Great work Thinktheology and Nathanael Smith for not playing it safe with Tuesday’s post- a review of Robert Eggers’ ‘The Witch’ and general reflections on the horror genre. The guys at Think asked me to do a sort of companion piece that went up there on Wednesday, but I thought I’d share it here as well.
Should Christians watch horror movies? Twenty years ago, in the kind of churches I grew up around, this question would have been met with a uninanimous and curt response and Nathanael Smith would have probably found himself facing something not dissimilar to the Salem witch trials!
Things have moved on and for some that is enough to settle the argument. Christians have made our peace with Dungeons and Dragons and Harry Potter, it’s only natural that we’d continue to repent of all of yesteryear’s knee jerk cultural prejudices.
However, it’s really important that we stop and think this through. I’ve got mixed feelings about the way the church interacts with art (in all its shapes and sizes) nowadays, and as someone who helps lead a church and spends a lot of my time working with artists, I’ll be honest, I’m still working this stuff through. However, I’ve got a few thoughts that I’d like to throw into the pot:
1. We are not to be undiscerning consumers
Andy Crouch charts the Western church’s shift in how it interacts with culture largely as a shift from a posture of wholesale condemnation through to undiscerning consumption. He warns of the risks in such a position:
‘…consumption, as a posture, is capitulation: letting the culture set the terms, assuming that the culture knows best and that even our deepest longings (for beauty, truth, love) and fears (of loneliness, loss, death) have some solution that fits comfortably within our culture’s horizons, if only we can afford to purchase it.’(Culture Making, pp 95-96)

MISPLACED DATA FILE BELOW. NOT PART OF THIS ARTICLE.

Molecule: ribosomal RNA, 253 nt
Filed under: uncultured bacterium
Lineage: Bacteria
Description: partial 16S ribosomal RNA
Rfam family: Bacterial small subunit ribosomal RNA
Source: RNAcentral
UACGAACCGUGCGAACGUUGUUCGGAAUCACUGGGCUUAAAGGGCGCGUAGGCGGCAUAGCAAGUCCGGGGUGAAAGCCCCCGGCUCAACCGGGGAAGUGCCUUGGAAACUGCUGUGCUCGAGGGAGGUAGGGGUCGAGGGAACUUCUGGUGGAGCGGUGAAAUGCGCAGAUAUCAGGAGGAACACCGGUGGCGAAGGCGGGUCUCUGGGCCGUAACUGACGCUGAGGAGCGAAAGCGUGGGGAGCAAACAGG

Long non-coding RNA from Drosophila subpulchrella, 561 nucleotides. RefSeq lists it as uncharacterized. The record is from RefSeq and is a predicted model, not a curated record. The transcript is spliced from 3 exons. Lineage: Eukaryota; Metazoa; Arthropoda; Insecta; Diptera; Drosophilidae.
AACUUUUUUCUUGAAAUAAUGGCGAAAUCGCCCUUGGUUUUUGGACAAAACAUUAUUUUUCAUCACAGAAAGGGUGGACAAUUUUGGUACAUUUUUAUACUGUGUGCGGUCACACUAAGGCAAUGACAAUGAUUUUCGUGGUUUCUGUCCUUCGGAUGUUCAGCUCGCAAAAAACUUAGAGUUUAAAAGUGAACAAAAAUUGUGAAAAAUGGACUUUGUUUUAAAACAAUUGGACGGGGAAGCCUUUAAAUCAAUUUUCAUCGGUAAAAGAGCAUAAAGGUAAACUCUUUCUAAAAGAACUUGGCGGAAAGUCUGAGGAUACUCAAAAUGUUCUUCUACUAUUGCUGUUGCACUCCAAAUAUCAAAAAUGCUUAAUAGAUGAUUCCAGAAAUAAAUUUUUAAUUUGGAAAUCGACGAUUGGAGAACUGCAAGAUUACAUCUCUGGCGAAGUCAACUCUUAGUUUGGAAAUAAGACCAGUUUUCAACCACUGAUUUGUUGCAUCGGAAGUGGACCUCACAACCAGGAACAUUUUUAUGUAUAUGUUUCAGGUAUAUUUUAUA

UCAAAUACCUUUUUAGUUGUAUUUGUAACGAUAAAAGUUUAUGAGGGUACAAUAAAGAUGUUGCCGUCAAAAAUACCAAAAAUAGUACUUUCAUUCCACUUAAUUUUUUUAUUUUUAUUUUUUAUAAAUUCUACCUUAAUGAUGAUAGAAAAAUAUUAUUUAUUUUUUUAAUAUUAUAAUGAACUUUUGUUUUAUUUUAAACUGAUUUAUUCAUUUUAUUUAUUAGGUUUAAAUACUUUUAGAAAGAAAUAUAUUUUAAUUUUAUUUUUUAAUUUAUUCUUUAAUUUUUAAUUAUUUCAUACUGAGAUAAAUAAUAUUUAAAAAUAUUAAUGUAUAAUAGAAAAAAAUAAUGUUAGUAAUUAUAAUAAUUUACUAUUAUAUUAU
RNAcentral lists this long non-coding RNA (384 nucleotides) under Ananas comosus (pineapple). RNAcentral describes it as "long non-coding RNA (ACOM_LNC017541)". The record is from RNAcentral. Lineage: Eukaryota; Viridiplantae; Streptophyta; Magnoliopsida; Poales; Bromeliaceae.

In all of these discussions, I fear that for many of us, when we hear ‘if your conscience allows it’ (which I fully agree with by the way) we hear an encouragement to capitulation. Our consciences certainly have an objective Holy Spirit element to them but they are also educated and trained and they can be seared, it seems, almost beyond repair (1 Tim 4:2). One of the main ways I have learnt to hone my conscience has been by wrestling at length over the art I indulge in. I have smashed more records and CDs, binned more DVDs and stopped halfway through more TV series than I can count. I felt God prod me that some were leading me towards sin, others were leading me to think in unhelpful ways and others just needed to go as I was more interested in them than in Jesus at that time. I have found this costly- both financially and in terms of losing things I loved- but the payback has been that I’ve learnt to hear the nuances of God’s voice as I’ve learnt to discern the prod of the Spirit and obeyed Him along the way.
2. As we think about the true, right and lovely, we must find a place for the ugly, wicked and horrific